Record(s[es]) o’ the Months – July and August 2021

Angry Metal-FiThe last time I posted one of these updates, I was filling you in on the State of AMG and things were pretty bleak. Today, things are better. I mean, not perfect or anything, but way better than they were. I will—unless something changes—be defending my doctoral thesis on the 30th of November, 2021. That means that I have to have the thesis ready to be turned into a monograph on the 14th of October at 8 am. I have also accepted a temporary adjunct position to help pay the bills before I begin the Never-ending Quest for Someone to Pay My Salary for a Time-limited Period™, often called by its palliative euphemism; an ‘early-career researcher.’ I feel a lot better because after so much time in the dumps, things are starting to turn a corner and, despite being busy, I hope to continue being able to invest significant time here.

I am working hard for the betterment of AngryMetalGuy.com, even if it is not always visible. Much of the time I spend here is, of course, behind the scenes. It might seem like I’m not active, but as the unfortunate participants in the AMG Slack will tell you, I am wandering around with Very Important Opinions™ that have yet to be released upon the world. Sometimes I’ll regale them with informal reviews of why Leprous is terrible now. Sometimes I’ll tell them why they’re terrible now. Mostly, though, I’m working hard to get the welcome package together for the n00bs. So, that I have written 30,000 words that will never be published on the website should be acknowledged here.1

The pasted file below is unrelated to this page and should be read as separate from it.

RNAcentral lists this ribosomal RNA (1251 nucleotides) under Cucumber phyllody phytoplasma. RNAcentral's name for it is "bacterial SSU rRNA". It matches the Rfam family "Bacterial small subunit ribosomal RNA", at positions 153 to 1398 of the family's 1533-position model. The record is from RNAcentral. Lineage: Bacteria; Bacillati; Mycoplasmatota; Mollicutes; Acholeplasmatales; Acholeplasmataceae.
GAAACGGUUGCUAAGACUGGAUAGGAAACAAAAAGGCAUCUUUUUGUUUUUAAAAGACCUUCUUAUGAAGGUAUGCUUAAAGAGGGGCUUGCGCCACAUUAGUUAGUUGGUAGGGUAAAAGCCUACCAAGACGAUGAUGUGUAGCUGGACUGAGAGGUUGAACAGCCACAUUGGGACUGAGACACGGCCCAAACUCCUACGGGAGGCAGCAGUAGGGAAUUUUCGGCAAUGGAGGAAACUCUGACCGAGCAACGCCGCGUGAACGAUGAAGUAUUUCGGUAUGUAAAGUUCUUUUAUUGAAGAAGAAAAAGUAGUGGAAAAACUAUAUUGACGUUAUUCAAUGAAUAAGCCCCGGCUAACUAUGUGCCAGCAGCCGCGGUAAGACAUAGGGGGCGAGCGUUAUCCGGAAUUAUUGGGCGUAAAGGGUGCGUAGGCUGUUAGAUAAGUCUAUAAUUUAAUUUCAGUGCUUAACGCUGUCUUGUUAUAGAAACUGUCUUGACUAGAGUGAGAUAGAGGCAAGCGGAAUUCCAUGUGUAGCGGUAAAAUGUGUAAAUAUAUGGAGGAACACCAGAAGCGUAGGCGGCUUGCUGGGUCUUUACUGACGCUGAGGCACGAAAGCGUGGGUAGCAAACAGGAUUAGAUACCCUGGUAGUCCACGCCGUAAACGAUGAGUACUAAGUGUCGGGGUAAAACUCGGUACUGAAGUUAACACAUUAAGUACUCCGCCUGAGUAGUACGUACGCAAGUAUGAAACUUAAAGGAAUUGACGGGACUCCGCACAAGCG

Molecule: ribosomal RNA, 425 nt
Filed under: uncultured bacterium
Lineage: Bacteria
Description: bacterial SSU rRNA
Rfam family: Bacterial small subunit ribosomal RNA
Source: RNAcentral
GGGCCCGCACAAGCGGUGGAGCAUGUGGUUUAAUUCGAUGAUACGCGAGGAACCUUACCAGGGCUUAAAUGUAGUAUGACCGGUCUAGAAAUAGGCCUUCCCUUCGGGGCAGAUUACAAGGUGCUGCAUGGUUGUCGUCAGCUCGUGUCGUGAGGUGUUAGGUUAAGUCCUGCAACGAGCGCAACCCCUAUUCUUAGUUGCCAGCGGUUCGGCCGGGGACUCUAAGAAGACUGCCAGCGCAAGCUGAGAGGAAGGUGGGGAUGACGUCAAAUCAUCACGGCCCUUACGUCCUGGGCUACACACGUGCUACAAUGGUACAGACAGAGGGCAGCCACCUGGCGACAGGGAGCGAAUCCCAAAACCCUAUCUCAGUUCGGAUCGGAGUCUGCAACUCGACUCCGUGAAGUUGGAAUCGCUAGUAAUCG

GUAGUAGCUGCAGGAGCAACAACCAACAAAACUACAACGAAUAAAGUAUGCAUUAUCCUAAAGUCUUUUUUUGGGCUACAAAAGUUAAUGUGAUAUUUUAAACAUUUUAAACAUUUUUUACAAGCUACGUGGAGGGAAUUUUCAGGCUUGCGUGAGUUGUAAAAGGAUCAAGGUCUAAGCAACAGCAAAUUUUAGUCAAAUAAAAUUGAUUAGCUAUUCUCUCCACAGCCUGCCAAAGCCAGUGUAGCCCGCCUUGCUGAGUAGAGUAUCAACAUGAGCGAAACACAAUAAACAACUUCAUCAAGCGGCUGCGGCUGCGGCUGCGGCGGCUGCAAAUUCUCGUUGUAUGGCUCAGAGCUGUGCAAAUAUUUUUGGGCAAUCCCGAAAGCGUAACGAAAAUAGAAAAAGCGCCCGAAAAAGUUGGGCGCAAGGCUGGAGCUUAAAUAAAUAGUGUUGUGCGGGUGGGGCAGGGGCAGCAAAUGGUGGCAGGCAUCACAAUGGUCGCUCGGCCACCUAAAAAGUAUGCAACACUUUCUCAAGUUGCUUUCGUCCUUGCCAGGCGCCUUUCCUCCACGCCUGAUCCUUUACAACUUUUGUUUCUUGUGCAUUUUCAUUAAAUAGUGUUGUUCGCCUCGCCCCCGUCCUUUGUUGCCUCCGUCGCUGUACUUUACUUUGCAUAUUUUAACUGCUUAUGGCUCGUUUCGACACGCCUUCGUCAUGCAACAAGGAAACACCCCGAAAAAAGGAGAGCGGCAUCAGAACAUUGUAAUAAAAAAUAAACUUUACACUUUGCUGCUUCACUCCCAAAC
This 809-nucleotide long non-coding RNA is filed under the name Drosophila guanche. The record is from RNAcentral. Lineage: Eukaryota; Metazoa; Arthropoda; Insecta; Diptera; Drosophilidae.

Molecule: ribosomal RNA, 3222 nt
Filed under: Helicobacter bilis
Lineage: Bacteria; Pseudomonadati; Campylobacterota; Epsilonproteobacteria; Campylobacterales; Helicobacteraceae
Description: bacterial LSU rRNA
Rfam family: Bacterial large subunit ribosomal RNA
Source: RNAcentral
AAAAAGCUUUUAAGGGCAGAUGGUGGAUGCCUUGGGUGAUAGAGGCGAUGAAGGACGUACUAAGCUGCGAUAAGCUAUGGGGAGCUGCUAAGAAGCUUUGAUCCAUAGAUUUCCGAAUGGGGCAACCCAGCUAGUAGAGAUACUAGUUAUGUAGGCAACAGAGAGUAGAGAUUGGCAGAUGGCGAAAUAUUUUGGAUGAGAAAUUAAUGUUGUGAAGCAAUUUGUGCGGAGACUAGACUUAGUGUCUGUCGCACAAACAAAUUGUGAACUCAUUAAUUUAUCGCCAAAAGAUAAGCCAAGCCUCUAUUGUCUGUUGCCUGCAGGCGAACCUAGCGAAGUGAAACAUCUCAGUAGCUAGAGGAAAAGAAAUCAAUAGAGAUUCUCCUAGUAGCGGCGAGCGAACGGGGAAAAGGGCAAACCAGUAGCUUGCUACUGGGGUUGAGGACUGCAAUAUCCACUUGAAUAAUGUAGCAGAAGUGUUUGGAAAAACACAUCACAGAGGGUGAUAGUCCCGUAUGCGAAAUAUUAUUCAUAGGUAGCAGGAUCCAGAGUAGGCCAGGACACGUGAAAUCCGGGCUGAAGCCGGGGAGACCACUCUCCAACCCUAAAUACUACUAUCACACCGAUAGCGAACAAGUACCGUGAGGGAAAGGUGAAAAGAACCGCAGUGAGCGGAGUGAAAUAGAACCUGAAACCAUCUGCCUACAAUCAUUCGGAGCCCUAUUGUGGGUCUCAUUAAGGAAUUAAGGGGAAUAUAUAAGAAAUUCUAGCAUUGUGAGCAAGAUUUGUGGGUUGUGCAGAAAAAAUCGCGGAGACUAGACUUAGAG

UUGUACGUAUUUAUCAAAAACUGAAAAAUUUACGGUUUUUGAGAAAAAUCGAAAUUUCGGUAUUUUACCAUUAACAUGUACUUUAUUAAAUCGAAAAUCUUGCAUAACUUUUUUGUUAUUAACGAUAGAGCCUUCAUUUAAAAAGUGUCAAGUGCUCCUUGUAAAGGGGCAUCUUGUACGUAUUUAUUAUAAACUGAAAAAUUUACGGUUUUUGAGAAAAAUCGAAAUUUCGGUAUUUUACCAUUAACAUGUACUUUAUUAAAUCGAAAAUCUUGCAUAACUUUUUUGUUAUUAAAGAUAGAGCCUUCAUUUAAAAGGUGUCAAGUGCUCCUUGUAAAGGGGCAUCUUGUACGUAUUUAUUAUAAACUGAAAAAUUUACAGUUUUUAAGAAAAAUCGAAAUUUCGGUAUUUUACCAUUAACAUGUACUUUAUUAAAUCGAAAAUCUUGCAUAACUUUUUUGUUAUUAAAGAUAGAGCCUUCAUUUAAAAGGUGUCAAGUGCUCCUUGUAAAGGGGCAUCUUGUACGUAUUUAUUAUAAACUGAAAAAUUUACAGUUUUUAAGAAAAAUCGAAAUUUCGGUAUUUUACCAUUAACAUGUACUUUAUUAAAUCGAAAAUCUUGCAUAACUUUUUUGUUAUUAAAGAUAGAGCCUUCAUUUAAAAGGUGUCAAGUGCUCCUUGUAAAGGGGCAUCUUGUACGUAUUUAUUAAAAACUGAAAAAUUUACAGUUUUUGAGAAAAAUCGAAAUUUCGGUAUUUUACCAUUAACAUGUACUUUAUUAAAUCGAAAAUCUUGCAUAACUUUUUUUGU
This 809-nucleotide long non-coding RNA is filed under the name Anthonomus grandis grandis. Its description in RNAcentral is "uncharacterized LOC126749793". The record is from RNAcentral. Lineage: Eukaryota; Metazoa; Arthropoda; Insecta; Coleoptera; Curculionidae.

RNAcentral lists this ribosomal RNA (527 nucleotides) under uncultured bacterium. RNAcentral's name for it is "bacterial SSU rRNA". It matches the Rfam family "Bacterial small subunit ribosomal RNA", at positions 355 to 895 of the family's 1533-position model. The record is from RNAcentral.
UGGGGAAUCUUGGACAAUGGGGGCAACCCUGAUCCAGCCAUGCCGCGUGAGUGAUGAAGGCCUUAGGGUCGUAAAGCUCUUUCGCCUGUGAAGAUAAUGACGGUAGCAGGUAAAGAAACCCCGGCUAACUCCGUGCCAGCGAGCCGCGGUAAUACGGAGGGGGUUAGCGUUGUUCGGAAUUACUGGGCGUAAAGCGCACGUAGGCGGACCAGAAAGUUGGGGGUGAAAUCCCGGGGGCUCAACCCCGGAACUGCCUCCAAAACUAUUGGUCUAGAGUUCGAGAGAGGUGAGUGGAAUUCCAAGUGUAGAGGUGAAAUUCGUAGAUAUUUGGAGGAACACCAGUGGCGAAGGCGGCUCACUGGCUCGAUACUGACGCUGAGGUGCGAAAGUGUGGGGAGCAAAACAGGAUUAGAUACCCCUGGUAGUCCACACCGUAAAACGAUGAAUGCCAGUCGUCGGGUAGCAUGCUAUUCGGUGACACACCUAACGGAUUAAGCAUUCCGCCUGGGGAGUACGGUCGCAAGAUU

N00b Update: On the n00b front, I just want to say how flattered and honored I am at the overwhelming number of applications we received and the impressive quality we attracted. The best compliment we have received is the number accomplished writers who want to join our staff. Honestly, that just fucking rules. Regardless, we are on the cusp of taking on the most n00bies we’ve ever moved into the system. There will be some familiar n00bs here, but most of them are new. And I would wager that we are going to end up the “metal zine with most PhDs and JDs” award by the end of all of this. It’s uncanny. It’s not a joke to say that our readership are “gentle-persons and scholars.”

As usual, I hope to be better in the future with the Record(s) o’ the Month. You all know that I really care about getting these done and getting them up for you. But life is just unusual (and unusually busy) these days. Regardless, here’s a very late Record(s[es]) o’ the Month(s) for July and August. Apologies for the delay. But good things are happening behind the scenes.